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March 09, 2012
Tempfiles in unittests
I'm testing a class that writes various things to a file, and I'd like 
to test that behavior, and I'm wondering what the standard solution 
here is.

In Python, I'd just use a StringIO class, for example. It seems sort of 
impractical to make std.outbuffer to work as a File (even if the 
file-like parameter is a template parameter, the outbuffer methods 
don't work like the File methods, as far as I can see), so I've 
concluded that using std.stdio.tmpfile is the way to go.

However, when I'm done with the tempfile, I'd like to have its contents 
as a string. It seems that File has no method for reading the entire 
file contents into a string, so I'd have to read and concatenate lines 
or chunks or something? Now, if the File returned by tmpfile had a 
name, I could use std.file.readText(). But no such luck (as far as I 
can see, tmpfile().name is null).

So I'm just wondering -- what's "the way" to do this sort of testing? 
And if it is along the lines of what I'm doing, is there some 
function/method for reading the contents of a File as a string?

(I guess this goes for much file-related functionality; much of it 
seems to be very related to file-names and actual files, rather than 
"file-like" objects, i.e., those with the appropriate methods...)

-- 
Magnus Lie Hetland
http://hetland.org
March 09, 2012
Re: Tempfiles in unittests
Magnus Lie Hetland:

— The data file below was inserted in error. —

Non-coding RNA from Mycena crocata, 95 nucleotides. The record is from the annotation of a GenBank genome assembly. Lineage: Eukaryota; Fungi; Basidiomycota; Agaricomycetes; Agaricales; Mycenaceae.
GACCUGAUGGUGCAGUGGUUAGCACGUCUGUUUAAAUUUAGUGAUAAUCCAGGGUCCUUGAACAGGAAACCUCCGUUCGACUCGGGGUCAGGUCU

> It seems that File has no method for reading the entire file 
> contents into a string, so I'd have to read and concatenate 
> lines or chunks or something?

There are std.file.read() and std.file.readText().

But I agree that std.stdio.File should have a readAll() method
:-) If you think this is a good idea, add it to Bugzilla.

Bye,
bearophile
March 09, 2012
Re: Tempfiles in unittests
On 2012-03-09 15:08:42 +0000, bearophile said:

> Magnus Lie Hetland:
> 
>> It seems that File has no method for reading the entire file contents 
>> into a string, so I'd have to read and concatenate lines or chunks or 
>> something?
> 
> There are std.file.read() and std.file.readText().

Yeah, I found those. I guess my post was a bit verbose, but the main 
point was that I have a File object, but no file name (because I'm 
using std.stdio.tmpfile() in a unit test), so std.file.read() and 
std.file.readText() are useless to me... :)

> But I agree that std.stdio.File should have a readAll() method
> :-) If you think this is a good idea, add it to Bugzilla.

Sure.

For now, though: What's The Way[TM] to write unit tests for code that 
writes to files? Use tmpfile and read/concatenate the file contents 
myself? Something else that's more practical? (I would have thought 
this kind of test would be common?-)

-- 
Magnus Lie Hetland
http://hetland.org
March 09, 2012
Re: Tempfiles in unittests
On Friday, March 09, 2012 16:48:33 Magnus Lie Hetland wrote:
> On 2012-03-09 15:08:42 +0000, bearophile said:
> > Magnus Lie Hetland:
> >> It seems that File has no method for reading the entire file contents
> >> into a string, so I'd have to read and concatenate lines or chunks or
> >> something?
> > 
> > There are std.file.read() and std.file.readText().
> 
> Yeah, I found those. I guess my post was a bit verbose, but the main
> point was that I have a File object, but no file name (because I'm
> using std.stdio.tmpfile() in a unit test), so std.file.read() and